What You Should Know About Greener Metal Recycling Processes

What You Should Know About Greener Metal Recycling Processes

The early days for ienaics emphasized enhancing the handling of heavy and strategic metals through extraction.

FREMONT, CA: Liquid-to-liquid extraction is the basic method used in hydrometallurgy to recover metals and decontaminate solvents (to retrieve molecules that can be re-used or to sterilize them). Until now, the 'recipes' used in chemical processes have been based on organizational suggestions and hypotheses that are only loosely known. No chemical and physical and predictive models have been available for optimizing experiments, especially in the case of a combination of several extractants.

The Institute of Separative Chemistry teams in Marcoule (CEA/CNRS/ENSCM/Université de Montpellier) and their international collaborators have successfully established and explained the enigmatic synergy that occurs between extractants, a phenomenon that has been understood to occur since the 1960s but has never been explained. This is what the researchers termed an ienaics approach. It offers a new perspective into the physical and chemical reactions that exist beyond the immediate vicinity of a solution.

To this end, experiments and measurements, which are ten times more reliable than those published to date, were carried out using an instrumented bench assembled at Marcoule and deployed at the SCARCE laboratory in Singapore to rigorously calculate, for the first time, the efficiency and synergy of the extractant molecules.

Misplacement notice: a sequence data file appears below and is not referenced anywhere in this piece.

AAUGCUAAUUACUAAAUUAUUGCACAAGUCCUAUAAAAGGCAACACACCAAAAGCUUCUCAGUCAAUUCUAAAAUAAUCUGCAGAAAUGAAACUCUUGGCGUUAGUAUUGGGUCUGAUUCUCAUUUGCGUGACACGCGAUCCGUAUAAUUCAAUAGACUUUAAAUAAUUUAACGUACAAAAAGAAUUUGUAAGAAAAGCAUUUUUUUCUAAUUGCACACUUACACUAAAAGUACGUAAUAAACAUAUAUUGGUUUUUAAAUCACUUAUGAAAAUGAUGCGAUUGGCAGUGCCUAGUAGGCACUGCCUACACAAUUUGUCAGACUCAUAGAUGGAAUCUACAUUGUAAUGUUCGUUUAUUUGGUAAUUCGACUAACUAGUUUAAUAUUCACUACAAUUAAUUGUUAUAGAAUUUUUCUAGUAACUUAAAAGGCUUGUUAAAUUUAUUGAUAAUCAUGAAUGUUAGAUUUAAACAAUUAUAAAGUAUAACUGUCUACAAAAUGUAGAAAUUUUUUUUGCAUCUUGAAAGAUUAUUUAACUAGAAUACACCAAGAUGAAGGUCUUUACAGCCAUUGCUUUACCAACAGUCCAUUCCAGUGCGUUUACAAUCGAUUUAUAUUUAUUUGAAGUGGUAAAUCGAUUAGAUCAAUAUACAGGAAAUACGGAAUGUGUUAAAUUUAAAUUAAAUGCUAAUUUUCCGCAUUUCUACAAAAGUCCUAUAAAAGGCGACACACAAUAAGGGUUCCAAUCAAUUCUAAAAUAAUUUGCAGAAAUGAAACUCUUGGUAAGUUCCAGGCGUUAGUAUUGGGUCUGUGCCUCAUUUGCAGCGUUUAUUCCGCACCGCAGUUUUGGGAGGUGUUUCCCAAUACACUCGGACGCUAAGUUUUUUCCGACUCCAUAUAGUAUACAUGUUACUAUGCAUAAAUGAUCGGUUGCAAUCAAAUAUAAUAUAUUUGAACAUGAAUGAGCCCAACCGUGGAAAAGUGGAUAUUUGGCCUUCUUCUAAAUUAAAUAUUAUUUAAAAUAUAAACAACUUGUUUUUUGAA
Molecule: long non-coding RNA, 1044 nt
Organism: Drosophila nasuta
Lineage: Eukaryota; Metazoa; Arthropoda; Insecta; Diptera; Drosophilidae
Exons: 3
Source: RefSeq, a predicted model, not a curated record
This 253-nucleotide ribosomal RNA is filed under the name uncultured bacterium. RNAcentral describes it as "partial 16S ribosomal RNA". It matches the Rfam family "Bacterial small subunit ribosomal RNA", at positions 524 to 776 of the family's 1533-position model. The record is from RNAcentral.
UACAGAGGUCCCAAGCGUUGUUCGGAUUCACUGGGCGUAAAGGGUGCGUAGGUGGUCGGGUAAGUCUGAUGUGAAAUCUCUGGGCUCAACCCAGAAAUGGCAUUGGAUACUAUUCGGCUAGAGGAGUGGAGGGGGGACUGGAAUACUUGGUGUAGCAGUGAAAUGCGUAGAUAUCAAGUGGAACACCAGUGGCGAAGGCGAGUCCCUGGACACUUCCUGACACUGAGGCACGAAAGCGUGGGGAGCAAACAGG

Simultaneously, the CEA, in collaboration with CNRS and the Universities of Regensburg and Montpellier, patented this new process, which covers the mixture of traditional extractants combined with non-extracting molecules in the hydrotrope class, a group of chemicals that have not yet been used for recycling but have a synergistic behavior that has not been identified until now. Finally, another paper confirms the possible industrial applications of the ienaics solution by applying it as a predictive paradigm for fluid viscosity in nuclear hydrometallurgy, which has become a significant barrier to the ramp-up of recycling operations, in addition to the turbidity of degreasing detergents.

The early days for ienaics emphasized enhancing the handling of heavy and strategic metals through extraction. In particular, it was used to reduce the quantity of fluid used and the quantity of effluent produced. All of this promises a new boost for hydrometallurgy methods, such as recycling wind turbine magnets in France and the other EU Member States. Over the next ten years or so, technical advancements are projected to result in more effective and environmentally compatible extraction technologies at biofuel refineries and cheaper purification methods for molecules for use in the pharmaceutical industry.